The aim of the workshop is to bring the nuclear astrophysics community together to discuss opportunities available at the ATLAS facility, to foster new collaborations, and solicit new ideas for future advancement of the facility and experimental program. The ATLAS facility has undergone an expansion in its capabilities to produce and study isotopes of astrophysical interest, both through facility enhancements (CARIBU, RAISOR, the soon-to-be N=126 factory, etc.) and experimental devices/techniques (MUSIC, HELIOS, ion trapping, GRETINA, GAMMASPHERE, etc.).
Middle and high school physical science teachers from the US and Canada participate in a week-long professional development program to learn techniques for teaching nuclear astrophysics in the classroom. Activities are similar to the student week, but also include lesson plans and materials.
Session 2 of the 2019 Art 2 Science Camp for children ages 8-12.
Currently enrolled high school students participate in a week-long nuclear astrophysics "boot camp" filled with lectures, experiments, and social activities.
MICRA, which stands for Microphysics In Computational Relativistic Astrophysics, is a biennial workshop focused on improving, discussing, and addressing the microphysics needs of relativistic simulations of astrophysical systems, core-collapse supernovae, compact object mergers, and gamma-ray bursts by bringing together nuclear and neutrino theorists and astrophysicists and computational modelers. This year marks the 5th installment and the 10th anniversary of MICRA, and the first since the revolutionary gravitational wave event GW170817.
CEMP Stars as Probes of First-Star Nucleosynthesis, the IMF, and Galactic Assembly (Opens in a new window)
The beginning of the stellar era in the Universe is a singularly fascinating phase in the history of the Cosmos. The baryonic material filling the Universe at that time, having a composition inherited from Big Bang nucleosynthesis, has its physical characteristics modified by the very first stars. Indeed, the first stars will change the degree of ionized material in their vicinity, and, through their winds and/or supernova explosion, will inject energy, momentum, and newly-synthesized elements.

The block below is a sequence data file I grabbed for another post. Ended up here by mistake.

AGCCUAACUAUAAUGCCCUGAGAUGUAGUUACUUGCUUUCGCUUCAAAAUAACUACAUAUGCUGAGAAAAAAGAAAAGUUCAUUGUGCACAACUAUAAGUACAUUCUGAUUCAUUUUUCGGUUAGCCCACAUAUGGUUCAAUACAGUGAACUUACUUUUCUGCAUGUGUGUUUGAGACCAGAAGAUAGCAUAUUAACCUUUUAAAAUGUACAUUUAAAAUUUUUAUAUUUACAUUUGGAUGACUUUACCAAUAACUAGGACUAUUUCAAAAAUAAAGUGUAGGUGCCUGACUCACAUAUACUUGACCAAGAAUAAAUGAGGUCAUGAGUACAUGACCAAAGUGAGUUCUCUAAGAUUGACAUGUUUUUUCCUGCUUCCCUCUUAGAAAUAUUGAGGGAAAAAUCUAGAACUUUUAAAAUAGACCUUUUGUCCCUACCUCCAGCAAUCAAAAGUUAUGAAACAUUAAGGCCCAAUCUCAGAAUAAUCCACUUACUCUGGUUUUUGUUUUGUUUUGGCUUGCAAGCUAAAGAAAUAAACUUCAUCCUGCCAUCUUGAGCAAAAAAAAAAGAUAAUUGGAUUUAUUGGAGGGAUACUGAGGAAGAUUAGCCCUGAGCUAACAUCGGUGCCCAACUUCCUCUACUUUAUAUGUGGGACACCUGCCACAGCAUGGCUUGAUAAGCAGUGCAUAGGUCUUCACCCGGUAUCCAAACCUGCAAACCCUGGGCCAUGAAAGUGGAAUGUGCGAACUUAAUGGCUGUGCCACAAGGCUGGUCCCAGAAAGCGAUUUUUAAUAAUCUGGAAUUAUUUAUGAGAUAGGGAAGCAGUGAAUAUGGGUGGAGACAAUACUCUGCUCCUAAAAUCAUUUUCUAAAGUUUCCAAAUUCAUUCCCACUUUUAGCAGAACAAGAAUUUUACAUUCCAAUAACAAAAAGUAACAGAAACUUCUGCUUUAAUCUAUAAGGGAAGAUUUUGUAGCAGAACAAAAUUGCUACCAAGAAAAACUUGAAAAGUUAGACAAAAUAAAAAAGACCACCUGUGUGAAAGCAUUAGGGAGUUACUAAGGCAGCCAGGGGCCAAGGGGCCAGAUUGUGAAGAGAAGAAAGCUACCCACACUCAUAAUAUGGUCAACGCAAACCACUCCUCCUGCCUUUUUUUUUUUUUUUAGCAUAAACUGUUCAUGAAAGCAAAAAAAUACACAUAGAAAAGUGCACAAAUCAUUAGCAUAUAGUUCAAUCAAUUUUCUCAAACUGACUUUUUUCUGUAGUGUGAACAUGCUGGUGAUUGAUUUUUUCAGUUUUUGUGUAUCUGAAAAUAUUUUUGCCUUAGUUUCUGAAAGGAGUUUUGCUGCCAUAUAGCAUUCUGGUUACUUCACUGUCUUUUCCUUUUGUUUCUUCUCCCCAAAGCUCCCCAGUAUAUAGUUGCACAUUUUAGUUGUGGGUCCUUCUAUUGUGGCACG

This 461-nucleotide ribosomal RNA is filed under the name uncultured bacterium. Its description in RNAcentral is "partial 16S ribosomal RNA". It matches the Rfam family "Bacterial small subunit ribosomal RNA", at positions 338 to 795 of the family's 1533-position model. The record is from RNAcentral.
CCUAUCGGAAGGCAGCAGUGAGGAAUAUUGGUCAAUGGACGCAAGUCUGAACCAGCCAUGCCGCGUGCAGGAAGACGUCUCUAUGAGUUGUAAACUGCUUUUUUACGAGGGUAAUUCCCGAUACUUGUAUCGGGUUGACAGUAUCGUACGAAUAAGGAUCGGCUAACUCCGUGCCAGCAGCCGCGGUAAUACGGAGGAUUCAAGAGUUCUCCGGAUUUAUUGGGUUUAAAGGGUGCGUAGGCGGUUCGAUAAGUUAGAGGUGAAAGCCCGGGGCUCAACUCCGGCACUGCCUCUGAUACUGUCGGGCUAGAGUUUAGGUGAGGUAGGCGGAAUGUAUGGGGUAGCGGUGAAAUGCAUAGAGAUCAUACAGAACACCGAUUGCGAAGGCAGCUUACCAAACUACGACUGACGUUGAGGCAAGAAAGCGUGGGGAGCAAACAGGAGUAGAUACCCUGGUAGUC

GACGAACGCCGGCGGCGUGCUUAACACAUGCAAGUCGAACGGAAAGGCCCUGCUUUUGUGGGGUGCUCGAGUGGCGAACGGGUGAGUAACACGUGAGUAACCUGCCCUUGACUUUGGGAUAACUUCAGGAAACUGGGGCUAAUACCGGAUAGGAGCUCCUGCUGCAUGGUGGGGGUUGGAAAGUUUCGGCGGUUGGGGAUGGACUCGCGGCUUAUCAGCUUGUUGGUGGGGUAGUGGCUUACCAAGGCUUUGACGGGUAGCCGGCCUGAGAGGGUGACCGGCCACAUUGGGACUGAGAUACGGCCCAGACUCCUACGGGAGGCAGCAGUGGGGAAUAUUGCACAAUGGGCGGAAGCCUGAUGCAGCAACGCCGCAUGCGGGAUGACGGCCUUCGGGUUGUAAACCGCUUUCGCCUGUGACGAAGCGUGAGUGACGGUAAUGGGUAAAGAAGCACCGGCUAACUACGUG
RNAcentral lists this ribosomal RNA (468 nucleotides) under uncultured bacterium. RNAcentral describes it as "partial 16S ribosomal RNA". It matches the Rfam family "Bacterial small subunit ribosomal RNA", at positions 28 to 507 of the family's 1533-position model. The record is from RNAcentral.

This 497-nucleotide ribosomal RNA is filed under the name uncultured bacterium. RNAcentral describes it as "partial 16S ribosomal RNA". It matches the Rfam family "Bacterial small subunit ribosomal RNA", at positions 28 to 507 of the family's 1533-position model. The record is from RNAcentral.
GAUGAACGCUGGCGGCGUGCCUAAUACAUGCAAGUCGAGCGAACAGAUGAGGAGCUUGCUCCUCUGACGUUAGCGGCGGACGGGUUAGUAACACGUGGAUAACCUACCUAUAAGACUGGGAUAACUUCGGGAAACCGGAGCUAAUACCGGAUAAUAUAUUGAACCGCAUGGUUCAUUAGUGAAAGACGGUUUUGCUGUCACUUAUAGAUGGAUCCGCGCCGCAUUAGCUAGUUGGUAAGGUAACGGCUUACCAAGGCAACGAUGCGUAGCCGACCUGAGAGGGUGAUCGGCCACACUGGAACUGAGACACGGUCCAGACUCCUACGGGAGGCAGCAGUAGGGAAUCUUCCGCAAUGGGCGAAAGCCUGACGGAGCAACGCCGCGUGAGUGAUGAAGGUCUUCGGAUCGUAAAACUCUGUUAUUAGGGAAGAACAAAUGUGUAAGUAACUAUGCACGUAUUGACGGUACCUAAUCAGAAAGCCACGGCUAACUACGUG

Nuclear physics is the necessary link between astronomical observations, stellar models and galactic chemical evolution. The impressive progress in astrophysics during the last decades explaining and predicting astronomical scenarios was only possible because of the fruitful interplay between all disciplines. New insights in one field triggered new developments in the other fields. New experimental techniques are typically the response to new predictions and observations.
Transitions mediated by the weak interaction play important roles in a wide variety of astrophysical phenomena. The accurate description of beta decays and electron captures are necessary for modelling the evolution of stars, the description of nucleosynthesis upon their cataclysmic demise, for example in neutron-star mergers and core-collapse supernovae, and the interpretation of multi-messenger signals from such events. A wide variety of β-decay and electron-capture (EC) data are needed for use in astrophysical modelling.
Radioactive nuclei play a significant role in many current astrophysical quests. From the origin of the elements through the driving of the emissions from supernovae (56Ni) and kilonovae (r-process radioactivity), they are crucial for direct studies of galactic enrichment (7Be, 26Al, 44Ti, 60Fe, 99Tc, 244Pu, ...) and for new insights on stellar explosions (56/57Ni, 44Ti).